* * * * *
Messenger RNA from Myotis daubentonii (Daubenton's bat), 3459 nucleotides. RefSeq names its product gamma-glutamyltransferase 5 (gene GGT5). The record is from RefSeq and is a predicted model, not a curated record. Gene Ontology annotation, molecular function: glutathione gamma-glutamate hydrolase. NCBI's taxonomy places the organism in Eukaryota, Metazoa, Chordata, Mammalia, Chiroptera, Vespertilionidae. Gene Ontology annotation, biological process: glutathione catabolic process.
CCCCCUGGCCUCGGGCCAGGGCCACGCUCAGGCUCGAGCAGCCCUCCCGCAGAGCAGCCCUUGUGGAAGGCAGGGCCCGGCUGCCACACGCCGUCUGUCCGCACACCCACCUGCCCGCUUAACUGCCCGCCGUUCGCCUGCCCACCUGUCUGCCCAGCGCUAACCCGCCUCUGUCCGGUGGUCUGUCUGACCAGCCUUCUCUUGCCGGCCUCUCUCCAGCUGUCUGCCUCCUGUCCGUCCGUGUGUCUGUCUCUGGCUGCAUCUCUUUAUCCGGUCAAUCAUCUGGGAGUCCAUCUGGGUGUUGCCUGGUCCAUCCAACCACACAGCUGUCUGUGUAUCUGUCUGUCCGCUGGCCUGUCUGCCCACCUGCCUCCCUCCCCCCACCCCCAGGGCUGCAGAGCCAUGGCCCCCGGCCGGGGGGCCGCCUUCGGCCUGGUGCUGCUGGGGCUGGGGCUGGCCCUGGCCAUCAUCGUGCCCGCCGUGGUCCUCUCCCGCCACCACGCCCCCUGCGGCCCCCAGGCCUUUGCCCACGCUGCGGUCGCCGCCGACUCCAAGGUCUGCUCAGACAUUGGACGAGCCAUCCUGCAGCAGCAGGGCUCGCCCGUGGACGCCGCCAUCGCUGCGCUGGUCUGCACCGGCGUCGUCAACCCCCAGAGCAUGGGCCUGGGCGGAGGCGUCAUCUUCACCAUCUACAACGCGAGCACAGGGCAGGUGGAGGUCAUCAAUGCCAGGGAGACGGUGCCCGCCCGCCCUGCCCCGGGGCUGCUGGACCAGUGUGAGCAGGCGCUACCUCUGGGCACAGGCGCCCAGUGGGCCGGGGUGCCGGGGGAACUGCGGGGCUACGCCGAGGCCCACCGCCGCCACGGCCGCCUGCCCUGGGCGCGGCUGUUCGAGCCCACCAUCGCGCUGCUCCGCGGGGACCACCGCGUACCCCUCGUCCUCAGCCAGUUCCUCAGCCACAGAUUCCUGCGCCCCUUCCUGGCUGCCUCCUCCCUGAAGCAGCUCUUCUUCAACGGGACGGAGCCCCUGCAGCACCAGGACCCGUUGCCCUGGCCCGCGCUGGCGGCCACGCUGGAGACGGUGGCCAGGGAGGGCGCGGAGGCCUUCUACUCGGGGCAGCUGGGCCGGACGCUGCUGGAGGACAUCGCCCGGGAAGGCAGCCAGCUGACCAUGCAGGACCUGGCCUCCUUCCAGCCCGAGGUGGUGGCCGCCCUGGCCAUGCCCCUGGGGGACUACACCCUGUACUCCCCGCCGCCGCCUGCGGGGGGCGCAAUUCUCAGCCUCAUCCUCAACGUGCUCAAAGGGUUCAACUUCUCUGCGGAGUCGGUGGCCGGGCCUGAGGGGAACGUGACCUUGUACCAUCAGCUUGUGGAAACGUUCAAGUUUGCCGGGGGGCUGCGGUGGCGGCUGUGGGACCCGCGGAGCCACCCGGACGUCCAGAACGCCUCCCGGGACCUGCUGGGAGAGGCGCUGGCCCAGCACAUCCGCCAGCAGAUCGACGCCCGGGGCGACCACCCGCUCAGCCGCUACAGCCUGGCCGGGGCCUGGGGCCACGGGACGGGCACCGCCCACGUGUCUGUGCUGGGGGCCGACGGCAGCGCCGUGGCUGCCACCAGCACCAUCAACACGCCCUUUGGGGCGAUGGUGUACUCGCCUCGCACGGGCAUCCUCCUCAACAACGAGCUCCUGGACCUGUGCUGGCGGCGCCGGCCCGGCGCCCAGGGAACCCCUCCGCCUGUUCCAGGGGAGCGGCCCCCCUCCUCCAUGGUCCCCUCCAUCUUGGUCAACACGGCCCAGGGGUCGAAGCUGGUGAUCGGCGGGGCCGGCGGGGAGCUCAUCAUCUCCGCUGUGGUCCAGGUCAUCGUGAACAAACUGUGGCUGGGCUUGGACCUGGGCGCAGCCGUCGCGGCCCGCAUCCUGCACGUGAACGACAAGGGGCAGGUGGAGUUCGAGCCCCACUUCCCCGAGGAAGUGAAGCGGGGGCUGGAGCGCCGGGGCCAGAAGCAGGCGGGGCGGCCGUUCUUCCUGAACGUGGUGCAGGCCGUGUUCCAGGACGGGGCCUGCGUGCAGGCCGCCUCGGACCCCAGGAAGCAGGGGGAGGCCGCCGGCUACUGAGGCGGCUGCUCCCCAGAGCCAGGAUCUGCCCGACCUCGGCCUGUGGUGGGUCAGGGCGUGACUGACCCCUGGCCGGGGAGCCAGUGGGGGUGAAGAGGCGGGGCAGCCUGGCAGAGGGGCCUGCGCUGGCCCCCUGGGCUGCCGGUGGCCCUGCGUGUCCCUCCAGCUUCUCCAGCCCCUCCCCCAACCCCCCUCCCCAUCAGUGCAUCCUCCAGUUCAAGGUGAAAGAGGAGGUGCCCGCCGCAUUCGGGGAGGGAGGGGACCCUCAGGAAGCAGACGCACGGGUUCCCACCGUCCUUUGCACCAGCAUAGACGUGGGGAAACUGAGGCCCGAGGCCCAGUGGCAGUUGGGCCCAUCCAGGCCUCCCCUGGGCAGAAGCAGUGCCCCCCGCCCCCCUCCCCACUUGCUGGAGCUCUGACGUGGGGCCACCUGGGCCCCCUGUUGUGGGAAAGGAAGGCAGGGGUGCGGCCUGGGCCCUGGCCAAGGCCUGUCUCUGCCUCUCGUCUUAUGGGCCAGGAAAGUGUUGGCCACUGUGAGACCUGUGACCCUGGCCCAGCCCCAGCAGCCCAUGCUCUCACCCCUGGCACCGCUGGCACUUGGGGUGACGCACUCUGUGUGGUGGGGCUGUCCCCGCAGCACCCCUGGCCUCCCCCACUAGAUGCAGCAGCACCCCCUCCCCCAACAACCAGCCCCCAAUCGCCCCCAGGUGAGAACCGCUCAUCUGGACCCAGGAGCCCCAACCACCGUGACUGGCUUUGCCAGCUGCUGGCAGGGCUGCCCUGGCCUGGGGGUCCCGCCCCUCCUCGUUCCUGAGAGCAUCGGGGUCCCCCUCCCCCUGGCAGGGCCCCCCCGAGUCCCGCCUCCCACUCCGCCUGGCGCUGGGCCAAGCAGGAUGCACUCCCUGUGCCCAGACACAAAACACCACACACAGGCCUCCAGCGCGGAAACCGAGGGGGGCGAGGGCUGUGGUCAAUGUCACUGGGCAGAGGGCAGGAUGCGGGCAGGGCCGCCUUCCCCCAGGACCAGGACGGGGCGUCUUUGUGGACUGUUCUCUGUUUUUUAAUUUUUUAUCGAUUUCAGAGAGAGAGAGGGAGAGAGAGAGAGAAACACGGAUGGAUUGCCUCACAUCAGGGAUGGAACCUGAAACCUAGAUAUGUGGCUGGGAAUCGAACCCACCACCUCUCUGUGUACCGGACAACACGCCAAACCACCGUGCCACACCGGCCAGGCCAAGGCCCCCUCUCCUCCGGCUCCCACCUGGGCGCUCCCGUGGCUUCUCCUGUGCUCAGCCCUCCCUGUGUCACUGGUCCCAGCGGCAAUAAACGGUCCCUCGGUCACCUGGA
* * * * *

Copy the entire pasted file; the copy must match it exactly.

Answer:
Messenger RNA from Myotis daubentonii (Daubenton's bat), 3459 nucleotides. RefSeq names its product gamma-glutamyltransferase 5 (gene GGT5). The record is from RefSeq and is a predicted model, not a curated record. Gene Ontology annotation, molecular function: glutathione gamma-glutamate hydrolase. NCBI's taxonomy places the organism in Eukaryota, Metazoa, Chordata, Mammalia, Chiroptera, Vespertilionidae. Gene Ontology annotation, biological process: glutathione catabolic process.
CCCCCUGGCCUCGGGCCAGGGCCACGCUCAGGCUCGAGCAGCCCUCCCGCAGAGCAGCCCUUGUGGAAGGCAGGGCCCGGCUGCCACACGCCGUCUGUCCGCACACCCACCUGCCCGCUUAACUGCCCGCCGUUCGCCUGCCCACCUGUCUGCCCAGCGCUAACCCGCCUCUGUCCGGUGGUCUGUCUGACCAGCCUUCUCUUGCCGGCCUCUCUCCAGCUGUCUGCCUCCUGUCCGUCCGUGUGUCUGUCUCUGGCUGCAUCUCUUUAUCCGGUCAAUCAUCUGGGAGUCCAUCUGGGUGUUGCCUGGUCCAUCCAACCACACAGCUGUCUGUGUAUCUGUCUGUCCGCUGGCCUGUCUGCCCACCUGCCUCCCUCCCCCCACCCCCAGGGCUGCAGAGCCAUGGCCCCCGGCCGGGGGGCCGCCUUCGGCCUGGUGCUGCUGGGGCUGGGGCUGGCCCUGGCCAUCAUCGUGCCCGCCGUGGUCCUCUCCCGCCACCACGCCCCCUGCGGCCCCCAGGCCUUUGCCCACGCUGCGGUCGCCGCCGACUCCAAGGUCUGCUCAGACAUUGGACGAGCCAUCCUGCAGCAGCAGGGCUCGCCCGUGGACGCCGCCAUCGCUGCGCUGGUCUGCACCGGCGUCGUCAACCCCCAGAGCAUGGGCCUGGGCGGAGGCGUCAUCUUCACCAUCUACAACGCGAGCACAGGGCAGGUGGAGGUCAUCAAUGCCAGGGAGACGGUGCCCGCCCGCCCUGCCCCGGGGCUGCUGGACCAGUGUGAGCAGGCGCUACCUCUGGGCACAGGCGCCCAGUGGGCCGGGGUGCCGGGGGAACUGCGGGGCUACGCCGAGGCCCACCGCCGCCACGGCCGCCUGCCCUGGGCGCGGCUGUUCGAGCCCACCAUCGCGCUGCUCCGCGGGGACCACCGCGUACCCCUCGUCCUCAGCCAGUUCCUCAGCCACAGAUUCCUGCGCCCCUUCCUGGCUGCCUCCUCCCUGAAGCAGCUCUUCUUCAACGGGACGGAGCCCCUGCAGCACCAGGACCCGUUGCCCUGGCCCGCGCUGGCGGCCACGCUGGAGACGGUGGCCAGGGAGGGCGCGGAGGCCUUCUACUCGGGGCAGCUGGGCCGGACGCUGCUGGAGGACAUCGCCCGGGAAGGCAGCCAGCUGACCAUGCAGGACCUGGCCUCCUUCCAGCCCGAGGUGGUGGCCGCCCUGGCCAUGCCCCUGGGGGACUACACCCUGUACUCCCCGCCGCCGCCUGCGGGGGGCGCAAUUCUCAGCCUCAUCCUCAACGUGCUCAAAGGGUUCAACUUCUCUGCGGAGUCGGUGGCCGGGCCUGAGGGGAACGUGACCUUGUACCAUCAGCUUGUGGAAACGUUCAAGUUUGCCGGGGGGCUGCGGUGGCGGCUGUGGGACCCGCGGAGCCACCCGGACGUCCAGAACGCCUCCCGGGACCUGCUGGGAGAGGCGCUGGCCCAGCACAUCCGCCAGCAGAUCGACGCCCGGGGCGACCACCCGCUCAGCCGCUACAGCCUGGCCGGGGCCUGGGGCCACGGGACGGGCACCGCCCACGUGUCUGUGCUGGGGGCCGACGGCAGCGCCGUGGCUGCCACCAGCACCAUCAACACGCCCUUUGGGGCGAUGGUGUACUCGCCUCGCACGGGCAUCCUCCUCAACAACGAGCUCCUGGACCUGUGCUGGCGGCGCCGGCCCGGCGCCCAGGGAACCCCUCCGCCUGUUCCAGGGGAGCGGCCCCCCUCCUCCAUGGUCCCCUCCAUCUUGGUCAACACGGCCCAGGGGUCGAAGCUGGUGAUCGGCGGGGCCGGCGGGGAGCUCAUCAUCUCCGCUGUGGUCCAGGUCAUCGUGAACAAACUGUGGCUGGGCUUGGACCUGGGCGCAGCCGUCGCGGCCCGCAUCCUGCACGUGAACGACAAGGGGCAGGUGGAGUUCGAGCCCCACUUCCCCGAGGAAGUGAAGCGGGGGCUGGAGCGCCGGGGCCAGAAGCAGGCGGGGCGGCCGUUCUUCCUGAACGUGGUGCAGGCCGUGUUCCAGGACGGGGCCUGCGUGCAGGCCGCCUCGGACCCCAGGAAGCAGGGGGAGGCCGCCGGCUACUGAGGCGGCUGCUCCCCAGAGCCAGGAUCUGCCCGACCUCGGCCUGUGGUGGGUCAGGGCGUGACUGACCCCUGGCCGGGGAGCCAGUGGGGGUGAAGAGGCGGGGCAGCCUGGCAGAGGGGCCUGCGCUGGCCCCCUGGGCUGCCGGUGGCCCUGCGUGUCCCUCCAGCUUCUCCAGCCCCUCCCCCAACCCCCCUCCCCAUCAGUGCAUCCUCCAGUUCAAGGUGAAAGAGGAGGUGCCCGCCGCAUUCGGGGAGGGAGGGGACCCUCAGGAAGCAGACGCACGGGUUCCCACCGUCCUUUGCACCAGCAUAGACGUGGGGAAACUGAGGCCCGAGGCCCAGUGGCAGUUGGGCCCAUCCAGGCCUCCCCUGGGCAGAAGCAGUGCCCCCCGCCCCCCUCCCCACUUGCUGGAGCUCUGACGUGGGGCCACCUGGGCCCCCUGUUGUGGGAAAGGAAGGCAGGGGUGCGGCCUGGGCCCUGGCCAAGGCCUGUCUCUGCCUCUCGUCUUAUGGGCCAGGAAAGUGUUGGCCACUGUGAGACCUGUGACCCUGGCCCAGCCCCAGCAGCCCAUGCUCUCACCCCUGGCACCGCUGGCACUUGGGGUGACGCACUCUGUGUGGUGGGGCUGUCCCCGCAGCACCCCUGGCCUCCCCCACUAGAUGCAGCAGCACCCCCUCCCCCAACAACCAGCCCCCAAUCGCCCCCAGGUGAGAACCGCUCAUCUGGACCCAGGAGCCCCAACCACCGUGACUGGCUUUGCCAGCUGCUGGCAGGGCUGCCCUGGCCUGGGGGUCCCGCCCCUCCUCGUUCCUGAGAGCAUCGGGGUCCCCCUCCCCCUGGCAGGGCCCCCCCGAGUCCCGCCUCCCACUCCGCCUGGCGCUGGGCCAAGCAGGAUGCACUCCCUGUGCCCAGACACAAAACACCACACACAGGCCUCCAGCGCGGAAACCGAGGGGGGCGAGGGCUGUGGUCAAUGUCACUGGGCAGAGGGCAGGAUGCGGGCAGGGCCGCCUUCCCCCAGGACCAGGACGGGGCGUCUUUGUGGACUGUUCUCUGUUUUUUAAUUUUUUAUCGAUUUCAGAGAGAGAGAGGGAGAGAGAGAGAGAAACACGGAUGGAUUGCCUCACAUCAGGGAUGGAACCUGAAACCUAGAUAUGUGGCUGGGAAUCGAACCCACCACCUCUCUGUGUACCGGACAACACGCCAAACCACCGUGCCACACCGGCCAGGCCAAGGCCCCCUCUCCUCCGGCUCCCACCUGGGCGCUCCCGUGGCUUCUCCUGUGCUCAGCCCUCCCUGUGUCACUGGUCCCAGCGGCAAUAAACGGUCCCUCGGUCACCUGGA